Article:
Economic development leaders say they appreciate Sedgwick County Commissioner Gwen Welshimer thinking "outside the box" but aren't ready to change their strategies.
Unveiling her idea this week to jump start the area's economy by drawing to Wichita the makers of high-tech aircraft — think "The Jetsons" and small planes you land, fold up and put in your garage — Welshimer called for innovation.
She shared information Wednesday during the County Commission's weekly meeting about several types of personal aircraft, including the so-called flying cars being made by a company called Terrafugia outside Boston that says it will deliver its first order next year.
Drawing from a program she watched on the Discovery Channel and information she researched on the Internet, Welshimer said that "if you can operate a cell phone," you can pilot one of the planes she advocates being built in the Air Capital of the World.
With sizable layoffs at Cessna Aircraft and Hawker Beechcraft in recent weeks, Welshimer, a Democrat running for re-election, said the area's strategies to create and retain jobs aren't working.
She said there's been a "poor success rate" and instead of seeing contracts "bloom once again, it's our competitors' budgets that are blooming. We're making decisions in the executive suite that seem to be disconnected from the market."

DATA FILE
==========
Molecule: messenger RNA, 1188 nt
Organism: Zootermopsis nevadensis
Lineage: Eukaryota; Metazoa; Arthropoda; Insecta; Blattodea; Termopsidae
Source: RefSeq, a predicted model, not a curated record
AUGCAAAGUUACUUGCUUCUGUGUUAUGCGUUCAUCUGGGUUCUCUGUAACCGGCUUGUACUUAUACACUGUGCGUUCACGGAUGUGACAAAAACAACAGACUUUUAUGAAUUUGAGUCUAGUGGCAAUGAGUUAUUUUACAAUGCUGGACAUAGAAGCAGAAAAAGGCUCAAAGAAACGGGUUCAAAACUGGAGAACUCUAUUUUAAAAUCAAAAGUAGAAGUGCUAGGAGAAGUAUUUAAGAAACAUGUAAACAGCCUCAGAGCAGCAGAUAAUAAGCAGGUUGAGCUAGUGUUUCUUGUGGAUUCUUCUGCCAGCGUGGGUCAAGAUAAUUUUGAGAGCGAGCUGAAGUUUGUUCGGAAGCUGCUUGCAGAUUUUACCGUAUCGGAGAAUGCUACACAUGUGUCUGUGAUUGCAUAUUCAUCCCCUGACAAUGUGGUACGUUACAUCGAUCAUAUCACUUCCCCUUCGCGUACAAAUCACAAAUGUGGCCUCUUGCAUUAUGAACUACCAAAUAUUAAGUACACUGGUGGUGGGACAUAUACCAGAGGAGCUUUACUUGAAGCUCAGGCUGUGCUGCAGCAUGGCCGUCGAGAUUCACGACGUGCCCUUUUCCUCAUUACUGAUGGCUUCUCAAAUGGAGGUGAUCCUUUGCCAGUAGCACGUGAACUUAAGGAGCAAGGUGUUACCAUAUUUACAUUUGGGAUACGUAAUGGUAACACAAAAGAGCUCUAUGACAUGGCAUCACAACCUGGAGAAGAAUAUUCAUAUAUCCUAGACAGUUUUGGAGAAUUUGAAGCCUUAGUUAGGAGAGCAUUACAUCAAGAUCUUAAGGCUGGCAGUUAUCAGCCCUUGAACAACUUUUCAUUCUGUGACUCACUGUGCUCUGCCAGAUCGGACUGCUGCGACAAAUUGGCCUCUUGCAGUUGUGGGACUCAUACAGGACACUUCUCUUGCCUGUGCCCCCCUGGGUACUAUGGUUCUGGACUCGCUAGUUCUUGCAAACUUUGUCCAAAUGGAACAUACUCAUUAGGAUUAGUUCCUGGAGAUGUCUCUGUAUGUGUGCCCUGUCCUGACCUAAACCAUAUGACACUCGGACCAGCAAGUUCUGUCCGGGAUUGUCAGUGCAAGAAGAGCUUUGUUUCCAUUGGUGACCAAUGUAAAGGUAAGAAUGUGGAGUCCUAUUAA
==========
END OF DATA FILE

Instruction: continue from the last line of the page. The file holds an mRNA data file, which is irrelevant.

Vicki Pratt Gerbino, president of the Greater Wichita Economic Development Coalition, said that group has looked at several of the companies and products Welshimer highlighted in her presentation.
"There's a story behind every one of them, just like there's a story behind why Cessna is here and why Hawker is here. There's a reason for them being where they are and at the juncture they're at," Gerbino said.
"Now whether everyone and their brother is going to ultimately have a personal flying vehicle parked in their garage remains to be seen. That's the mantra behind the movement you are seeing, why you are seeing all these personal aircraft coming out. That's what Skycatcher basically is. There is a belief that 'The Jetsons' will become a reality at some point."
She said that belief has resulted in some companies putting time, money and resources to bring such aircraft to market.
Cessna's Skycatcher is a light sport aircraft.
But, she added, "while it always looks very sexy and attractive upfront — whether it's a new Siemens plant or a Skycatcher that you keep in the garage — take a good long look at what it is and what it has taken to get it to where it is. And then decide as a community."
The community has finite resources, she said. The coalition's budget this year is $1.2 million.
The coalition is the region's largest economic development organization and gets most of its financial support from the city of Wichita and the county.
Existing strategic plan
The coalition, Gerbino said, has a strategic plan on how it spends its money and what industries it targets.